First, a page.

I guess it depends on what we mean by 'opening up the hood.' Sticking to the analogy I would take that to mean cracking open the physical case. Most of the 'black boxes' in a cars engine are also protected with various DRM methods to make it illegal for others to reverse-engineer them (therefore making it so that mechanics have to pay the manufacturer for access to the devices). I would associate those with the actual chips inside of the iPad/iPhone as well as the OS.
It is illegal because it involves violating Apple's copyright on their firmware. The legal status was established long before there even was an iPhone to jailbreak.
That filing was provoked by the EFF's attempt to get it made specifically exempt from copyright protection, but their arguments didn't actually meet any of the established criteria for creating exemptions. Apple's filing, in context, was an objection to the EFF's claims mostly spent pointing this out. The EFF tries to characterize it as Apple trying to get jailbreaking made illegal, but that's not the case. If it weren't already a copyright infringement there would have been no point for the EFF to make their filing in the first place. The whole thing is a bizarre kind of legal trolling, and cringe whenever anybody mentions it because it so severely tarnished my image of the EFF.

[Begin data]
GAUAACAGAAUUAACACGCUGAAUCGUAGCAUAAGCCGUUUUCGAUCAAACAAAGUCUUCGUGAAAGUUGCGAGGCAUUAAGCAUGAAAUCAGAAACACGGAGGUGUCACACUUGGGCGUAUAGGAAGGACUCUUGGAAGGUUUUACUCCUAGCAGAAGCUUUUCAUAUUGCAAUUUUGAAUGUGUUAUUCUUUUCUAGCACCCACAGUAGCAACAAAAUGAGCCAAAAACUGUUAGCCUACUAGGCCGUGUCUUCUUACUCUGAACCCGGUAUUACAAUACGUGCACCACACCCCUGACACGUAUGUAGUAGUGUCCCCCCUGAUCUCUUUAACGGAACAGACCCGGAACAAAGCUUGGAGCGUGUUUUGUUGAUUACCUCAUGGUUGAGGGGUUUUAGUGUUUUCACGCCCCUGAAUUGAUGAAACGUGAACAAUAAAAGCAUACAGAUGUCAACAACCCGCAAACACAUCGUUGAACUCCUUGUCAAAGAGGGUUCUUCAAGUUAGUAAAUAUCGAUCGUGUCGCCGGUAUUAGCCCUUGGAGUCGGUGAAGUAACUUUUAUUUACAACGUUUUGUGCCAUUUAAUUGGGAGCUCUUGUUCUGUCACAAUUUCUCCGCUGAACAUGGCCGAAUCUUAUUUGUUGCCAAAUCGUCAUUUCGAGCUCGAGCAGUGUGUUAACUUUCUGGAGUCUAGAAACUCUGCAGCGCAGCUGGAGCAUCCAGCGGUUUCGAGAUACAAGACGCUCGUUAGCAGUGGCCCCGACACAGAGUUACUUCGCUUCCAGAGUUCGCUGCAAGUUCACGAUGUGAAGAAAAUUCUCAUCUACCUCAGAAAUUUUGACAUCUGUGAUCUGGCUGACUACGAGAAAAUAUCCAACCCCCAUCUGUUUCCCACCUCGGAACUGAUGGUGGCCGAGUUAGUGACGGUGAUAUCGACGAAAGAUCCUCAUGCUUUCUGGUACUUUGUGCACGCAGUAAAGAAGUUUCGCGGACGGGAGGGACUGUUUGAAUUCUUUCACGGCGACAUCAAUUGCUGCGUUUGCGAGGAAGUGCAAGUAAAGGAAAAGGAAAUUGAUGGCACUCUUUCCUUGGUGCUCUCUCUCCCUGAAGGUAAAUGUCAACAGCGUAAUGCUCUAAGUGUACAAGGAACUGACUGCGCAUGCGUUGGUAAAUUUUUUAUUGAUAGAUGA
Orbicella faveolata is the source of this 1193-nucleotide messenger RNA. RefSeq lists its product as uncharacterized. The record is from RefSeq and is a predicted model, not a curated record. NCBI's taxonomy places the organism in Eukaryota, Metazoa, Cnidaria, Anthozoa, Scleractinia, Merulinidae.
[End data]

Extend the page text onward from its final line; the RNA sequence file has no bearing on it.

I imagine that if I crack open my laptop and start desoldering components from the motherboard, that will void the warranty as well.
Guys, come on here. It's not like apple is against jailbreaking or open development because it's going to destroy the product and they don't want to warranty it (like desoldering components are ripping apart your engine block would), it's that it will disrupt their business model. Why can't I get a grooveshark app without jailbreaking? Is that going to physically break my iPhone? No, it's going to let grooveshark encroach on apple's bottom line.